- Author: Jeannette E. Warnert
The team compared the ratios of stable isotopes of carbon and nitrogen in the feathers, which revealed what the birds ate. They learned that, in the 19th and early 20th centuries, murrelets relied heavily on sardines, anchovies and squid. But as decades passed, anchovy, sardine and squid stocks plummeted due to overfishing and cooling waters.
The birds turned to less nutritious and lower-calorie inshore fish and krill, a move down the food chain that is threatening its survival and ability to feed their young, which wait dozens of miles away in nests high in old-growth forest tree branches for food.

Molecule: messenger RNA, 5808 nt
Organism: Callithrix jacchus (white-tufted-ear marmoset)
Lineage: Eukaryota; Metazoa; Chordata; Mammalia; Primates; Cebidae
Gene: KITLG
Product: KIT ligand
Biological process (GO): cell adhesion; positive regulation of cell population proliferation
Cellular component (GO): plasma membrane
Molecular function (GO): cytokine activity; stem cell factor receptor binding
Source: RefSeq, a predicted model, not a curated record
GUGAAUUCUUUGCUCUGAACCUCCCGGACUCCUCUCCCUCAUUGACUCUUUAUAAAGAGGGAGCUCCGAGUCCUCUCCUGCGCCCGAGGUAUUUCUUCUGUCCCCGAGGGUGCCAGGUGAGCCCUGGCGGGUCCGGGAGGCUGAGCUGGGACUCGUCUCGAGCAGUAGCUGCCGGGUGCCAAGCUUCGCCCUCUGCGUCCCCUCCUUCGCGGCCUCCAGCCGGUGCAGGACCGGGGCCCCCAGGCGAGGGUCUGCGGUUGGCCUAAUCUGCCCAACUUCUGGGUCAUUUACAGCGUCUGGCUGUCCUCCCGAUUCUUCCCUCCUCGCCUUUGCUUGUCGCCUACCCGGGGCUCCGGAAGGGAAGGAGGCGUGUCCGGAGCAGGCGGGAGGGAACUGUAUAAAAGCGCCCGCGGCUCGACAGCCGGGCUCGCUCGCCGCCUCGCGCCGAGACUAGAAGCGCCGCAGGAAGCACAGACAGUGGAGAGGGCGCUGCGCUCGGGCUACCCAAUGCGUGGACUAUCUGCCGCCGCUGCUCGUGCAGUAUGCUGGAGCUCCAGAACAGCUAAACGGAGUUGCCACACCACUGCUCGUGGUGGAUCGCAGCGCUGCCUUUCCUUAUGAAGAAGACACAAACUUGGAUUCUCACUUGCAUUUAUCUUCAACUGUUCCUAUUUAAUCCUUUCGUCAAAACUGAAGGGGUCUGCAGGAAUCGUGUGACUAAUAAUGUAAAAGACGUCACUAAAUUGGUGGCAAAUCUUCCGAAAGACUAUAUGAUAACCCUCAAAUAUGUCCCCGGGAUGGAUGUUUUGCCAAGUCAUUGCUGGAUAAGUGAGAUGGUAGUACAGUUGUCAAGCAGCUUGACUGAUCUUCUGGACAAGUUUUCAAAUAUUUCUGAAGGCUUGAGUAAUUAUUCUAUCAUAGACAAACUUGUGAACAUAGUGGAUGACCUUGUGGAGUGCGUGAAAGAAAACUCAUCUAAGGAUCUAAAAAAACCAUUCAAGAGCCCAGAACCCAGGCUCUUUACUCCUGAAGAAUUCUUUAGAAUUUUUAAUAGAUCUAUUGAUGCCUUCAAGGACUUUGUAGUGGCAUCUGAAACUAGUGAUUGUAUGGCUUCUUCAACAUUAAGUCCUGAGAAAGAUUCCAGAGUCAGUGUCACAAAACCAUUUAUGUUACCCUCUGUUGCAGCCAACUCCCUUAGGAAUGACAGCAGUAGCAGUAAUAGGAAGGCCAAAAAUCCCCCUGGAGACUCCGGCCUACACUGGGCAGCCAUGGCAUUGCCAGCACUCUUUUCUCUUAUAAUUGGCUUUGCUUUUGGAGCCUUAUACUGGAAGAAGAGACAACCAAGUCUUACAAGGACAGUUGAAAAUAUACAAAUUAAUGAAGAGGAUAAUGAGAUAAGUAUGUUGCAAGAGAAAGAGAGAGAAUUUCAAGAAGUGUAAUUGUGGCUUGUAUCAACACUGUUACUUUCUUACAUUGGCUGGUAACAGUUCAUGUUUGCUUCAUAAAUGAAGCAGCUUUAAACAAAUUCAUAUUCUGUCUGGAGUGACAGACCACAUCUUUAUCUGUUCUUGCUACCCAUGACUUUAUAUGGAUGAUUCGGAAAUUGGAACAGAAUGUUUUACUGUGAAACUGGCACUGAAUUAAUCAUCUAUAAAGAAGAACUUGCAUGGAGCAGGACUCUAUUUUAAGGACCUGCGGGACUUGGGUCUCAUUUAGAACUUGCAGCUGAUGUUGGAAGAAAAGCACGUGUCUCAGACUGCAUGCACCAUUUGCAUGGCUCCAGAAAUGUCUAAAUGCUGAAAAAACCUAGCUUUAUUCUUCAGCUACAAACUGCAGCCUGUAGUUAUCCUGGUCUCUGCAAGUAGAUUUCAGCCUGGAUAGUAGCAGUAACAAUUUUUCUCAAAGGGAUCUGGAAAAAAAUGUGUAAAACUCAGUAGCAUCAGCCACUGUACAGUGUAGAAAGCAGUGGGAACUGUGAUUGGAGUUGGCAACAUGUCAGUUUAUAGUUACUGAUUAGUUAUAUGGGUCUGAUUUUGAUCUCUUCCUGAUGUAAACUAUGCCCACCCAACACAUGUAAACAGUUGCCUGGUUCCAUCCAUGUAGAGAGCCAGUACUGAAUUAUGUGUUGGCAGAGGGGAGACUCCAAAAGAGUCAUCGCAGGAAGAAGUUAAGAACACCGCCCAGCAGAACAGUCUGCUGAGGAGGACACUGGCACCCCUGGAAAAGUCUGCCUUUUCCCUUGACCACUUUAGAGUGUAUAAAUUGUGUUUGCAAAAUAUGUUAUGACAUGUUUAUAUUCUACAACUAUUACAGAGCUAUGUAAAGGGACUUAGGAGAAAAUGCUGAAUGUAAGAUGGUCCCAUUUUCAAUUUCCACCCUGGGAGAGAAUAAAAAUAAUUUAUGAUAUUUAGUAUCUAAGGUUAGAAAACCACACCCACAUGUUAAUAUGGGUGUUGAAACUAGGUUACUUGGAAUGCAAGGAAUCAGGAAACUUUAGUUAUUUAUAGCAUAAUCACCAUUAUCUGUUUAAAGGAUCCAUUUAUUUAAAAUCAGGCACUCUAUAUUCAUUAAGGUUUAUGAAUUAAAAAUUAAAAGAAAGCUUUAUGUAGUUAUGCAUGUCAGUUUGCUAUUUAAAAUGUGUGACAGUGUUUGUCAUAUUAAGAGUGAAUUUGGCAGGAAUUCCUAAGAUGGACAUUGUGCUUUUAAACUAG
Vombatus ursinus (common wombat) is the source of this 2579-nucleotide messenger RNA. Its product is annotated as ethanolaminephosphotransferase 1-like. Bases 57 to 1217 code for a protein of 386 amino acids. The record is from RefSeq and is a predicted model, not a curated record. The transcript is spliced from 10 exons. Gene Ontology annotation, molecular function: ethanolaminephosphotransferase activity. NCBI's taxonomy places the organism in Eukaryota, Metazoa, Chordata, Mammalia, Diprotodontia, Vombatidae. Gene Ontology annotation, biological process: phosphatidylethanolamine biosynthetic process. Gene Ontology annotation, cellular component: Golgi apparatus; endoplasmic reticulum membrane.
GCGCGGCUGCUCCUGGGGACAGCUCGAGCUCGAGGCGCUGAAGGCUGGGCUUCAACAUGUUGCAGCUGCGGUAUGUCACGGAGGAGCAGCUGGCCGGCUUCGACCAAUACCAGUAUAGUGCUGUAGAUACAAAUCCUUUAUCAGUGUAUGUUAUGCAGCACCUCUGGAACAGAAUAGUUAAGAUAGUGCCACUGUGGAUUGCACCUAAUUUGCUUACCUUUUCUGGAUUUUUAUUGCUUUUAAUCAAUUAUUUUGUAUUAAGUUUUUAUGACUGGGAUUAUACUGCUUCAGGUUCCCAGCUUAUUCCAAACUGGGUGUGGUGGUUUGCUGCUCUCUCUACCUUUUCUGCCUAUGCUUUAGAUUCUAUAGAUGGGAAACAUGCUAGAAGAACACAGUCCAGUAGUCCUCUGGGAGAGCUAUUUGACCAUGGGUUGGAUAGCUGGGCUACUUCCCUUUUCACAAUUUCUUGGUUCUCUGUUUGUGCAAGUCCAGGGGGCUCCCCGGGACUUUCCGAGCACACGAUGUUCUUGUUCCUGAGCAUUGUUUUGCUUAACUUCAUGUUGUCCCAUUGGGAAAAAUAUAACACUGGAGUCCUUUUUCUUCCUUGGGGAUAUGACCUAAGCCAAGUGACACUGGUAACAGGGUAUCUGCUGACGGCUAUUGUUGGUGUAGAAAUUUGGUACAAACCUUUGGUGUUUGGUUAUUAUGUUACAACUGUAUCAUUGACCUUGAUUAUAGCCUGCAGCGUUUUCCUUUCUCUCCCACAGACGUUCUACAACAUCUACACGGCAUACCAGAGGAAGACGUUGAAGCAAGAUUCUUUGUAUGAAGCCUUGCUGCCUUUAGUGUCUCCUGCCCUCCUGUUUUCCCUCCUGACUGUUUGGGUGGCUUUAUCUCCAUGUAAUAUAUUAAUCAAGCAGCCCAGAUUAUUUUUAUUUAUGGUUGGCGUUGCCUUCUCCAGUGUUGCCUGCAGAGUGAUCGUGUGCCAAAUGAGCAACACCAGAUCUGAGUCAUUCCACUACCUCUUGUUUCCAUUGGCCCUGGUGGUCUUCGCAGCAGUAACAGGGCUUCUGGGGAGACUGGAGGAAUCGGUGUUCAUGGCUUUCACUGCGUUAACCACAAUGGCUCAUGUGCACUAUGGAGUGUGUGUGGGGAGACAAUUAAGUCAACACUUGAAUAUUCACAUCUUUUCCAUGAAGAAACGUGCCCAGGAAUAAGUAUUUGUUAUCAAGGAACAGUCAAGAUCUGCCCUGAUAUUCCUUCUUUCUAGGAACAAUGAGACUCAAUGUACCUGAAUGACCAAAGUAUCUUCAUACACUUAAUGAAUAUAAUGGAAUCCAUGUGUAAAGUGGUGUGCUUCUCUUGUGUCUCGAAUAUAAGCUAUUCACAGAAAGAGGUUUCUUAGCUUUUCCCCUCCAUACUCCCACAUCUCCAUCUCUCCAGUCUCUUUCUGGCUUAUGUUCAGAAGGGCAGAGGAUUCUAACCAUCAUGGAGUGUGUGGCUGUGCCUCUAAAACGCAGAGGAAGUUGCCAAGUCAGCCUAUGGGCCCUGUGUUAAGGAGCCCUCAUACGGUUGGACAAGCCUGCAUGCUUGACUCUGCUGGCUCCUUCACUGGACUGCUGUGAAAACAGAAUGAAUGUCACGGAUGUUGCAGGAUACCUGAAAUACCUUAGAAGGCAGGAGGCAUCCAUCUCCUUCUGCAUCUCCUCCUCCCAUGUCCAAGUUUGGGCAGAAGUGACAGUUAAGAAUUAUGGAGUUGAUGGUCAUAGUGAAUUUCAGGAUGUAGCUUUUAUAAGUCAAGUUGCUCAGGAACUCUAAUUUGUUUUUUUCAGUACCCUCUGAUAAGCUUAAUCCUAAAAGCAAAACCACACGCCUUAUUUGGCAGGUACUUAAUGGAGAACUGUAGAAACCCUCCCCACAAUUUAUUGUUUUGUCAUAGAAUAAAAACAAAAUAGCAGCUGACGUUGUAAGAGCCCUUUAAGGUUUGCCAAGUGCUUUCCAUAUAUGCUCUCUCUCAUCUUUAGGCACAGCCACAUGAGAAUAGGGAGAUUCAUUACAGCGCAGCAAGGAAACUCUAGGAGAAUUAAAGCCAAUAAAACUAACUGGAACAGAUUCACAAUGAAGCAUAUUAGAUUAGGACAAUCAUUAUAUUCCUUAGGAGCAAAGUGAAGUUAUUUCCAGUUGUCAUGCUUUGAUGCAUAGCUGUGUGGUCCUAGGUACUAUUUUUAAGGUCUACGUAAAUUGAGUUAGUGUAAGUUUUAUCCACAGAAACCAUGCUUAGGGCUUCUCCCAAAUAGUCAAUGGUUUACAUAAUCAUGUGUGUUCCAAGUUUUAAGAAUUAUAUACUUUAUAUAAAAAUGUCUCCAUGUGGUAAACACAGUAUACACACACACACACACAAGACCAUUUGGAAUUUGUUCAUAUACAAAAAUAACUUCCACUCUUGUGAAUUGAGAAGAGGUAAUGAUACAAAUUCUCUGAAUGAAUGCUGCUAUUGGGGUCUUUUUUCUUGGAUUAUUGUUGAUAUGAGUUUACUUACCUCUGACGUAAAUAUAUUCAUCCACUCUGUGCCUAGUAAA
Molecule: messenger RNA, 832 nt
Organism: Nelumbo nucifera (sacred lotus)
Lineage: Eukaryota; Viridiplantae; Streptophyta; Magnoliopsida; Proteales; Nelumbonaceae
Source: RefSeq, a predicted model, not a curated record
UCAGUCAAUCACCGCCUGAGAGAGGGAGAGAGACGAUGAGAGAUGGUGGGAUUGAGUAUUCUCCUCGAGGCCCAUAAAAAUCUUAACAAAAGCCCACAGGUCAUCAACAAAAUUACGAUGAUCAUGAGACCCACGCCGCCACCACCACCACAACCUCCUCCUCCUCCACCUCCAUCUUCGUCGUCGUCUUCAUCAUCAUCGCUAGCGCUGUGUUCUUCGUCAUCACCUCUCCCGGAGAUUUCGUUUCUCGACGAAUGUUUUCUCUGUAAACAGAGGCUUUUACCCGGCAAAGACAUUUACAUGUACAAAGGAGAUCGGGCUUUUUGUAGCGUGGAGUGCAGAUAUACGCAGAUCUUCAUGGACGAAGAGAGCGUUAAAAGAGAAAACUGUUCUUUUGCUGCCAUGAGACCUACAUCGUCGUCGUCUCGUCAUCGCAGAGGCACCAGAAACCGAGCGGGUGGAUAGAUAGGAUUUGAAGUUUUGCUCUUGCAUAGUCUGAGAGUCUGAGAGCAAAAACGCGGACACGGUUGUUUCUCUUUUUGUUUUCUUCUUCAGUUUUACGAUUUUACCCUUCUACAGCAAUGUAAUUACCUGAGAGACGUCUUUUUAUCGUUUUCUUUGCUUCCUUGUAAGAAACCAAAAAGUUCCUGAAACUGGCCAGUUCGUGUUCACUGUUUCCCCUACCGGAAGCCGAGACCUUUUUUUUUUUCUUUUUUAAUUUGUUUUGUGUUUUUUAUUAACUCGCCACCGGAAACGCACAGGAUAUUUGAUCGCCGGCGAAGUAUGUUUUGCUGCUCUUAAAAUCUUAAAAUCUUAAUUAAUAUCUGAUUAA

This retrospective research is "a classic example of why natural history collections are important," noted the manager of Burke's Museum ornithology collection at University of Washington. "The only way to learn new things about past populations is by utilizing specimens that were collected and archived before the questions were asked.”